Food and Narcolepsy

Julie Flygare is my #womancrushwednesday! Check out her episode on the @arinuplifted podcast where she talks all about…NARCOLEPSY…here!

(Photo via @remrunner.)

Trigger warning: eating disorders. With a heaping side of bitterness.

It took me a while to process this interview because it’s heavy on the food and exercise talk. You see, food and I have a thing. And Julie does a great job countering the idea that food and exercise could play any role in reversing narcolepsy. *standing ovation*

Narcolepsy is a neurological disease caused by a lack of cells in the brain that release the neuropeptide orexin/hypocretin. These cells are suspected to ether be missing from birth or to be killed in an autoimmune process.

While I was having symptoms as early as 8 years old, I wasn’t diagnosed until 20 years later. My whole life I thought that I had a behavioral disorder; I thought that I was lacking willpower and motivation, that I was “floppy” because I had no self control, and that my eyes were burning because I had the “declining vision of an 80 year old” (actual comment from an eye doctor). I spent years trying to manage my mysterious symptoms through diet and exercise before my diagnosis. Despite already being in peak physical condition as a college athlete, I thought that I could – and SHOULD – do more. After all, I was being tested up one side and down the other and everything came back negative. Therefore, I was perfectly healthy and was bringing this all on myself.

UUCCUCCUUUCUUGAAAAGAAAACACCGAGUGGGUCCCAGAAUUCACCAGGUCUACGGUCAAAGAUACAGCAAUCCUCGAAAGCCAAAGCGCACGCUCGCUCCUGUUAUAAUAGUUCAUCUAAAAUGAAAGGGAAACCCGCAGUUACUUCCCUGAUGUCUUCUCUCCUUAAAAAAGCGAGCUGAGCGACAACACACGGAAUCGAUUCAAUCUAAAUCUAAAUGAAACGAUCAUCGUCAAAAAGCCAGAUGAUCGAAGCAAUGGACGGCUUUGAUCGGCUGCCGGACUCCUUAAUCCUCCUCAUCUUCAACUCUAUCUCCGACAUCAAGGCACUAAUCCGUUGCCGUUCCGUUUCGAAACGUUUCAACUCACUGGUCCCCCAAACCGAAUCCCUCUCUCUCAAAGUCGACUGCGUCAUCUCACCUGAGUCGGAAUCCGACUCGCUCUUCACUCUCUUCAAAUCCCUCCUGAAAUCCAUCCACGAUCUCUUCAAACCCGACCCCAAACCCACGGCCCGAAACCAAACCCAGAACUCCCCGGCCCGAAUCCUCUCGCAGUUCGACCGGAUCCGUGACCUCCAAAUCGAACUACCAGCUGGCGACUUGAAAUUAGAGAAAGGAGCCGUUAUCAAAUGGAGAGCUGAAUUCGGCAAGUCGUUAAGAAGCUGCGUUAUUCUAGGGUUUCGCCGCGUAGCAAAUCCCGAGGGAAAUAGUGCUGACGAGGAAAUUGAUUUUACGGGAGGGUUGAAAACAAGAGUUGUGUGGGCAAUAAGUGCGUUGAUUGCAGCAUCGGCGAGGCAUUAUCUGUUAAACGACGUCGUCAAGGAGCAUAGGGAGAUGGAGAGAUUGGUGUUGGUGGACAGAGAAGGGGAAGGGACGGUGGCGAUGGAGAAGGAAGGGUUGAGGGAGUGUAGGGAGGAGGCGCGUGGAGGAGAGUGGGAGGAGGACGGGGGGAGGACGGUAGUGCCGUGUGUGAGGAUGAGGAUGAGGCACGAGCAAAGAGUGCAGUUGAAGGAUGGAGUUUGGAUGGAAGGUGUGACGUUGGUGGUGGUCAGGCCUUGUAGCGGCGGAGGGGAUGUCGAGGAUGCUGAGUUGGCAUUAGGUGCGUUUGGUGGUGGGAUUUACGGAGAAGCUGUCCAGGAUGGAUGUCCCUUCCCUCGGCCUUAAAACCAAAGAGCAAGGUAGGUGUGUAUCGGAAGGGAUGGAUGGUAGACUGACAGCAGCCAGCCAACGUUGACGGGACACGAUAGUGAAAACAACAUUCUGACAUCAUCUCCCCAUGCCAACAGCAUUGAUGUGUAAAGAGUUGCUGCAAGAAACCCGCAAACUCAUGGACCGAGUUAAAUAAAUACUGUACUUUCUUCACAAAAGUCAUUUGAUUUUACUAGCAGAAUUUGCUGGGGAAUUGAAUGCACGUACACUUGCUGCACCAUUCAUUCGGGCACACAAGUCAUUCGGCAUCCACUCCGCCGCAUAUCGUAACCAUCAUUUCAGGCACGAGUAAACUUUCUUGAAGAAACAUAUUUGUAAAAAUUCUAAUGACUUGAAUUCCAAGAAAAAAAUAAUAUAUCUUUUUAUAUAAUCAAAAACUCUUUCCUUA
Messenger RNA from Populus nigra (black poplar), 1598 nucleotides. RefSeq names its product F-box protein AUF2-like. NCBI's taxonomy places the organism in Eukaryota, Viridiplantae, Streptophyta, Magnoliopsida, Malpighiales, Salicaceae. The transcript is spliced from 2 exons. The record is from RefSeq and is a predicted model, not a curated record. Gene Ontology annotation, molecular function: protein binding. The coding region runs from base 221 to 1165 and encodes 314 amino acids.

It won’t take a genius to figure out where this is going. Headlong into an eating disorder. Yes. I eliminated all foods that I could link to my symptoms, until I was eating chicken, avocado, and frozen broccoli for three meals a day, every day. Being in social situations became impossible and I was still sleeping under my desk at grad school.

Only after fighting back from a rampant eating disorder can I say that at the height of my autoimmune paleo protocol neuroses and physical strength was I still experiencing daily symptoms of cataplexy and excessive sleepiness. Like most humans, I feel better when I’m eating real food than when I’m eating crap for every meal. But no amount of gluten-free, dairy-free, nut-free, nightshade-free nonsense is going to cure my neurological disorder. Going back to my #wcw, it was so incredibly healing to listen to someone I admire and respect say those words. Thank you, Julie!

I absolutely agree that restrictive diets can be beneficial for many people. For me it was mentally and physically unhealthy and I’m grateful to be out the other side of that dark time.

Xyrem Vol. 2